When we saw that the tumour from one of my melanoma patients who has developed resistance to all the current treatment actually responded very well to the treatment, we were extremely happy. It’s rare that you get to experience and witness such a breakthrough,” he says.

However, a lot of work remains to be done before it is time for clinical trials, which is likely to take at least one or two years, according to Thomas Helleday. In another article published in the same issue of Nature parts of the Swedish research team, together with collaborators in Austria and the UK present results showing that even previously identified substances that kill cancer cells work by inhibiting the MTH1 enzyme, something which has not been realised until now.

That existing anticancer agents hit the MTH1 shows that the concept really works. Now that we understand the mechanism, we can develop very selective inhibitors“, says Thomas Helleday.

Gad et al., (2014). MTH1 inhibition kills cancer by preventing sanitation of the dNTP pool. Nature, EPub Ahead of Print, doi: 10.1038/nature13181 [Abstract]

Huber et al., (2014). Stereospecific targeting of MTH1 by (S)-crizotinib as anticancer strategy. Nature, EPub Ahead of Print, doi: 10.1038/nature13194 [Abstract]

Racial disparities in health care among older male cancer survivors

Older African-American and Hispanic men who have survived cancer are less likely than their white counterparts to see a specialist or receive basic preventive care, such as vaccinations, according to new research from Wake Forest Baptist Medical Center.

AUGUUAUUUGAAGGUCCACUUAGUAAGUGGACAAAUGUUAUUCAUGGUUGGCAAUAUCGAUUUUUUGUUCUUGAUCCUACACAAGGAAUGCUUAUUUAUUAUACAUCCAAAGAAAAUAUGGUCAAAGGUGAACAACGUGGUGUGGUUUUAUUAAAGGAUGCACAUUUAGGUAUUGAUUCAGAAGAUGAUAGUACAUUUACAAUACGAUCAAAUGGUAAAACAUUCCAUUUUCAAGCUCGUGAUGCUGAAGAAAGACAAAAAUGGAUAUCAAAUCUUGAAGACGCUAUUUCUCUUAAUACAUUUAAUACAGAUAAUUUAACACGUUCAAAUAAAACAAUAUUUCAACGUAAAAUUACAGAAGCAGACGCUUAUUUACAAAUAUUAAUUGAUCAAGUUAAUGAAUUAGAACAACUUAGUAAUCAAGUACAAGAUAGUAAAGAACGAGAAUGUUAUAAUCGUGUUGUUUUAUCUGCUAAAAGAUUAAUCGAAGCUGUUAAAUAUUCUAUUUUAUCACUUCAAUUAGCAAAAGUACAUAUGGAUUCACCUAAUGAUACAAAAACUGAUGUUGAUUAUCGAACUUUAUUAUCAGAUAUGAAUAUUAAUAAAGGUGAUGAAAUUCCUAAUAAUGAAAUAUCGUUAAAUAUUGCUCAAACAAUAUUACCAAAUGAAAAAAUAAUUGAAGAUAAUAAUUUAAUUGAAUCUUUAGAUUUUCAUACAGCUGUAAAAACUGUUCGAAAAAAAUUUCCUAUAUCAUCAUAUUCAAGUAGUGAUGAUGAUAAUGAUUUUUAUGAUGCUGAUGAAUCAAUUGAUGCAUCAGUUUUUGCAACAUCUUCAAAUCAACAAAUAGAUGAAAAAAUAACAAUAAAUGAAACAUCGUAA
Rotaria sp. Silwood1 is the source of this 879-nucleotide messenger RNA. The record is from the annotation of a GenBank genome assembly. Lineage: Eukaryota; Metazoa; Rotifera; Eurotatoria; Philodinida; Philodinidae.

Researchers examined racial/ethnic disparities in health care receipt among a nationally representative sample of male cancer survivors. They found that disparities are evident among older, but not younger, cancer survivors, despite their access to Medicare.

Lead author Nynikka Palmer, Dr.P.H., a postdoctoral fellow at Wake Forest Baptist, said they identified 2,714 men 18 and older from the 2006-2010 National Health Interview Survey who reported a history of cancer. The researchers looked at health care receipt in four self-reported measures: primary care visit, specialist visit, flu vaccination and pneumonia vaccination.

“Overall, our results suggest that older minority male cancer survivors may need specific support to ensure they receive necessary post-treatment care,” Palmer said.

The study was recently published online ahead of print in the American Journal of Public Health.

Even when the researchers adjusted for factors that contribute to disparities, such as education and health insurance, they found that African American and Hispanic male cancer survivors 65 years and older may not be receiving appropriate follow-up care and preventive care. Palmer said this is a concern “because regular follow-up care is important to monitor for recurrence, new cancers, and late and long-term effects of cancer and its treatment, particularly for those with more co-morbidities.”

Overall, among older survivors, approximately 39 percent of African-Americans and 42 percent of Hispanics did not see a specialist, compared with 26 percent of older non-Hispanic whites. Likewise, about 40 percent of African-American and Hispanic cancer survivors did not receive the flu vaccination, compared with 22 percent of non-Hispanic white cancer survivors.

Similarly, 51 percent of African-Americans and 59 percent of Hispanic cancer survivors did not report receiving the pneumonia vaccine, compared with 29 percent of non-Hispanic whites.

“These findings are consistent with other reports of health care use among cancer survivors and suggest there may be differences in types of Medicare health plans, supplemental insurance and out-of-pocket costs among older survivors that could be contributing to this disparity,” Palmer said.

Palmer said further study is needed to identify other factors that may influence racial/ethnic disparities among male survivors, such as patients’ beliefs about care after cancer and patient-provider communication.

Palmer et al., (2013). Racial/Ethnic Disparities in Health Care Receipt Among Male Cancer Survivors. Am. J. Public Health103: 1306-1313 [Abstract]